Given the nonobligatory utility of the polymerase chain reaction (PCR) test in all transmissible diseases in Taiwan, PCR test results (genetic) were included in the analyzed data variables. Since HPV is an umbrella term comprising more than 100 known viral strains, and only a few patients underwent screening for the specific strain involved, associations between HPV strain and prostate cancer risk were excluded.

Statistical analyses consisted of Chi-square tests to evaluate the contributions of demographic and medical comorbidities in measured outcomes (cancer risk), and multiple logistic regressions to compute the associations between prior HPV infections and current prostate cancer prevalence/risk. The regression models were adjusted for age, monthly income, geographic pin code location, degree of urbanization, and patients’ health and behaviors (tobacco/alcohol consumption, diabetes, and chronic prostatitis).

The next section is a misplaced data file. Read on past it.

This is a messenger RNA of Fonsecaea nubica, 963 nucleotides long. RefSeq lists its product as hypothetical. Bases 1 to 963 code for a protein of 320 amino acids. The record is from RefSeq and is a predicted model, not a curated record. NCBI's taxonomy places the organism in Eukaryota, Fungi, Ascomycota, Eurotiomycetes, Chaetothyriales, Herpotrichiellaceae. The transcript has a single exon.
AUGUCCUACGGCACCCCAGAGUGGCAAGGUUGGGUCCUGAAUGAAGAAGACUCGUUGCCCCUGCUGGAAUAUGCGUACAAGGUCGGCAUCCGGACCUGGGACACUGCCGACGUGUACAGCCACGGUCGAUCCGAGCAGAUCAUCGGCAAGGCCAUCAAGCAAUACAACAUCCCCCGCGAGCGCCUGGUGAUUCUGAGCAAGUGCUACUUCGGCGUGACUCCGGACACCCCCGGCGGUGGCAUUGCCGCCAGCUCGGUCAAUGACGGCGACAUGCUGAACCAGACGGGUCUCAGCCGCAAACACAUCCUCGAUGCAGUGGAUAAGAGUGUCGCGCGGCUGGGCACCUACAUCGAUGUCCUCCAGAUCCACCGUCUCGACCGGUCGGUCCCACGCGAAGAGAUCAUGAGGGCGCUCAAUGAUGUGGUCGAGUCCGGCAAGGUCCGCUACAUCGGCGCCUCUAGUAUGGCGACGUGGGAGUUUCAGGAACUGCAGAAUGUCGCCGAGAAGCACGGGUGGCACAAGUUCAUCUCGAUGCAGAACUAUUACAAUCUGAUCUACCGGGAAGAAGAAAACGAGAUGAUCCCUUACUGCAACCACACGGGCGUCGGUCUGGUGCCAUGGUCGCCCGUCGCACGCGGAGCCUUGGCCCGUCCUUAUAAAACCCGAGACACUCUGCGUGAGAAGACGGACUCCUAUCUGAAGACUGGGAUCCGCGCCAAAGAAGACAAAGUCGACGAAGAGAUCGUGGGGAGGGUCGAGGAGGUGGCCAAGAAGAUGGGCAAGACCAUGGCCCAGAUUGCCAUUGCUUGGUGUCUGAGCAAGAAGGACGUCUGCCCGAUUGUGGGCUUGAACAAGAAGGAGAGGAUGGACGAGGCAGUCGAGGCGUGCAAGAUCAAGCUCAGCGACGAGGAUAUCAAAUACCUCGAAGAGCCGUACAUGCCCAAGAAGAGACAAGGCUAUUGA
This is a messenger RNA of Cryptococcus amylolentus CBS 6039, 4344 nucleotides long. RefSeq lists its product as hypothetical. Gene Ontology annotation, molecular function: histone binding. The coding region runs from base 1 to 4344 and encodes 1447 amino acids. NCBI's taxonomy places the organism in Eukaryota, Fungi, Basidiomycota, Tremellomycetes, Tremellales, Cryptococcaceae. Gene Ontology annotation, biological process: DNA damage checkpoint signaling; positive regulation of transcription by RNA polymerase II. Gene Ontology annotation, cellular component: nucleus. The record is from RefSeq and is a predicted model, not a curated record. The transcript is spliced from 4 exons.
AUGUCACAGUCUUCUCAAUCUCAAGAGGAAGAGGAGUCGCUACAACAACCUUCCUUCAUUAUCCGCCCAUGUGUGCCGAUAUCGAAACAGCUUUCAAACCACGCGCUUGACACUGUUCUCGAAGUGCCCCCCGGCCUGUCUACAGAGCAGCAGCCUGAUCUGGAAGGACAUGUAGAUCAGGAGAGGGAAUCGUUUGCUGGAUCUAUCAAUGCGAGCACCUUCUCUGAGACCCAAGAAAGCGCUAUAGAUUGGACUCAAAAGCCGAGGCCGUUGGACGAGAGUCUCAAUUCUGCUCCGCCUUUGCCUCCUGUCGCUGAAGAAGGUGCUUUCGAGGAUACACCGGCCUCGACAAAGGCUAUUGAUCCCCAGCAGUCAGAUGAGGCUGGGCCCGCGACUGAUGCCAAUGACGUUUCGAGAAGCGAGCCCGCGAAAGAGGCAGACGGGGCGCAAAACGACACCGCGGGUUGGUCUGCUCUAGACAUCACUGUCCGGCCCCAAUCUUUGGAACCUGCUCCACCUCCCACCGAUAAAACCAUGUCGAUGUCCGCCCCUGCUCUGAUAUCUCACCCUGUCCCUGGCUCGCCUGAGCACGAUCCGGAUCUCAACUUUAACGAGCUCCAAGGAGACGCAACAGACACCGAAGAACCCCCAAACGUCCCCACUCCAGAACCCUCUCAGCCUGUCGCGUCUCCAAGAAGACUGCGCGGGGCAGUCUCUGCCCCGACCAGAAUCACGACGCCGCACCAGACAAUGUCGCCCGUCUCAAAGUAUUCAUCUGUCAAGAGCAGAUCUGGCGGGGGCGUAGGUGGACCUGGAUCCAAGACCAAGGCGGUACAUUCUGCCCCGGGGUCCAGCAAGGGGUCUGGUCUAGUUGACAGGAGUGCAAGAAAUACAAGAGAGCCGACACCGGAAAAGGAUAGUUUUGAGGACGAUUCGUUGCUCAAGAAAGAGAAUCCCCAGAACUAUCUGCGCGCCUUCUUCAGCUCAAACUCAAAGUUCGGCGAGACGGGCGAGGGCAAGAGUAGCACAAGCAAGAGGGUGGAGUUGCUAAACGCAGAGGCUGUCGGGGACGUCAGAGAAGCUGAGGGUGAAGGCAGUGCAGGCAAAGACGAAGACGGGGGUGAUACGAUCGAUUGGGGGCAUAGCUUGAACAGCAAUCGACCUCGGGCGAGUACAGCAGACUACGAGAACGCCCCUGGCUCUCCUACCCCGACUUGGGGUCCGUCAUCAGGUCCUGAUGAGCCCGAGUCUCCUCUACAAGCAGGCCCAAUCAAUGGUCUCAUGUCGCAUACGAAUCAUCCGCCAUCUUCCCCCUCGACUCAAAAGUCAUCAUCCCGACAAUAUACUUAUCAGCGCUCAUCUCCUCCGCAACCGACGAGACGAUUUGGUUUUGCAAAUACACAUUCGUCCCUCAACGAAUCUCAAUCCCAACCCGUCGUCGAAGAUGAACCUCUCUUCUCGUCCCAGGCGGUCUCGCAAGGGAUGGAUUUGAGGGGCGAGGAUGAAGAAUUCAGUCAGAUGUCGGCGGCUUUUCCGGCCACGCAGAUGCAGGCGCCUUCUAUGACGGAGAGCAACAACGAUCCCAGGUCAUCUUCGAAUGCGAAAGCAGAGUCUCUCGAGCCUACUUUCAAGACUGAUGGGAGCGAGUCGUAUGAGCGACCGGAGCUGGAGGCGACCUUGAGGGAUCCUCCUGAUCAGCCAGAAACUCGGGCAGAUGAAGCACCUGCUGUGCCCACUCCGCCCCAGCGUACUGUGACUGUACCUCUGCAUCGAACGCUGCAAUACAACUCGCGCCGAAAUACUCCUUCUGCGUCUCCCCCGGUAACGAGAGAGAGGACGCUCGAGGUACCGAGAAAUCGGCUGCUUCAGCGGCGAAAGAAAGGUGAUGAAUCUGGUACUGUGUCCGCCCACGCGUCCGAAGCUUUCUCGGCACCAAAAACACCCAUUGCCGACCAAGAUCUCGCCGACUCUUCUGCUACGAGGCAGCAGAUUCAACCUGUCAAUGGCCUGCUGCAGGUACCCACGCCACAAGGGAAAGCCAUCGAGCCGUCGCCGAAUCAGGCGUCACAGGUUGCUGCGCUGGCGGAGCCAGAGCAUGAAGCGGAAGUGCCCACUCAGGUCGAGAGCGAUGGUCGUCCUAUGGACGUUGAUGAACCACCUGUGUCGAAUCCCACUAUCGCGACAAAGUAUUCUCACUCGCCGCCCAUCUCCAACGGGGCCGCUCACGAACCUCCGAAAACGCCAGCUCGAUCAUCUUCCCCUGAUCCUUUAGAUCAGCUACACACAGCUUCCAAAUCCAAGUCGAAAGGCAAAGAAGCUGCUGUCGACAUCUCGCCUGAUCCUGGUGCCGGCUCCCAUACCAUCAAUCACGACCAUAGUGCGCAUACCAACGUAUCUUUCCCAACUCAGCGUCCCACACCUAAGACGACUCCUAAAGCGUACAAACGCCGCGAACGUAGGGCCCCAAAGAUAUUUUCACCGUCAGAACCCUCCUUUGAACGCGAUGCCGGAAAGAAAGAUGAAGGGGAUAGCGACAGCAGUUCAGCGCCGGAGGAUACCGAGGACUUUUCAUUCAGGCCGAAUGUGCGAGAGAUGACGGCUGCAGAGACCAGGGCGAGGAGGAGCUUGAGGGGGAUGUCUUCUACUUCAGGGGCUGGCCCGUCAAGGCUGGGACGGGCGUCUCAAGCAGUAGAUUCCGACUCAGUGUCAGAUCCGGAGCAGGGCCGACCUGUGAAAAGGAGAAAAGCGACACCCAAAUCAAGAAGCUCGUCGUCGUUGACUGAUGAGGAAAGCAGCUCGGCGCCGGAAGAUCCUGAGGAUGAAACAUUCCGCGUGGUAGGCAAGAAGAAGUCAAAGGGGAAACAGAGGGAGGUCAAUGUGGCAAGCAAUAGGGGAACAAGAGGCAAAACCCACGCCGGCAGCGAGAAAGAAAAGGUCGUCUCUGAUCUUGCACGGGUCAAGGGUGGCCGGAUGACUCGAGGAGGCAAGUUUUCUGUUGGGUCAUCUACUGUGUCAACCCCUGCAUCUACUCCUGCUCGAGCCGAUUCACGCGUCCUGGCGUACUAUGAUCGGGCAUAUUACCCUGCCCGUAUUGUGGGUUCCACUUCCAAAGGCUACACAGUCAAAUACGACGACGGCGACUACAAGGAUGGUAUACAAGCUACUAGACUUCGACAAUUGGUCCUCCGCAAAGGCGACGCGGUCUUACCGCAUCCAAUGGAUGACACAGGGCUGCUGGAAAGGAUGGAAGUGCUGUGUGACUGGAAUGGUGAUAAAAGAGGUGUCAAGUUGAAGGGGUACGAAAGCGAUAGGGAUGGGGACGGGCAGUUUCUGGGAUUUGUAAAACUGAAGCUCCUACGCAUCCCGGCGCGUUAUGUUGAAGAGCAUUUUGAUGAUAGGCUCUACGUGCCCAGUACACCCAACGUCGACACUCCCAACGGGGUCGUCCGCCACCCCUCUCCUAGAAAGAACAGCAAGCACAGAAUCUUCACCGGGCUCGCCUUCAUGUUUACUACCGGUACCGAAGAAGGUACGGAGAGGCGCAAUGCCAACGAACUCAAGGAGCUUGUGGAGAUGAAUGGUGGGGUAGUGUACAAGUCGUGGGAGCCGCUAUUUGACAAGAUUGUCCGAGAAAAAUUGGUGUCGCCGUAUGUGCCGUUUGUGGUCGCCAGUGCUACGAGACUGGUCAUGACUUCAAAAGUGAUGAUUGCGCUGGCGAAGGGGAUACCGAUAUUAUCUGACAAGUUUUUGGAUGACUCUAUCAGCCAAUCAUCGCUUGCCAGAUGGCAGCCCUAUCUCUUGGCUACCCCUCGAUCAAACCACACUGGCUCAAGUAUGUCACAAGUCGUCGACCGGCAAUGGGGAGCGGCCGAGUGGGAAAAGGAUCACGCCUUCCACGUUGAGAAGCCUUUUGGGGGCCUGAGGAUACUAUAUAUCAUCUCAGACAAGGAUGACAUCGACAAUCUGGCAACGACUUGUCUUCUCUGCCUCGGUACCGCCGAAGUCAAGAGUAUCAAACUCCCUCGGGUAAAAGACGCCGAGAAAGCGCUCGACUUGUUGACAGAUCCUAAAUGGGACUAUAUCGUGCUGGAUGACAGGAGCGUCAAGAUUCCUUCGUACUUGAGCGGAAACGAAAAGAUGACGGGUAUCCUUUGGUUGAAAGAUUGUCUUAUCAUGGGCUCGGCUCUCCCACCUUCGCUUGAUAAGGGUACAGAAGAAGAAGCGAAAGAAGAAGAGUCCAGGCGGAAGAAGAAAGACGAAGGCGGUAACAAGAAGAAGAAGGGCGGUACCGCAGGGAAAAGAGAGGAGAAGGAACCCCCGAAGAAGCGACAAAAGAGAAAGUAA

Study findings

The present study found no case-control differences in prostate cancer risk based on age, income, geographic location, urbanization, hypertension, hyperlipidemia, diabetes, chronic prostatitis, tobacco/alcohol use, other STIs (not including HPV), or prior cancer history. However, 8.8% of prostate cancer patients (1,812) were found to have been previously diagnosed with HPV, with the chi-square test confirming the significance of this association – HPV patients had a higher probability of subsequently developing prostate cancer than expected by chance alone (p < 0.001).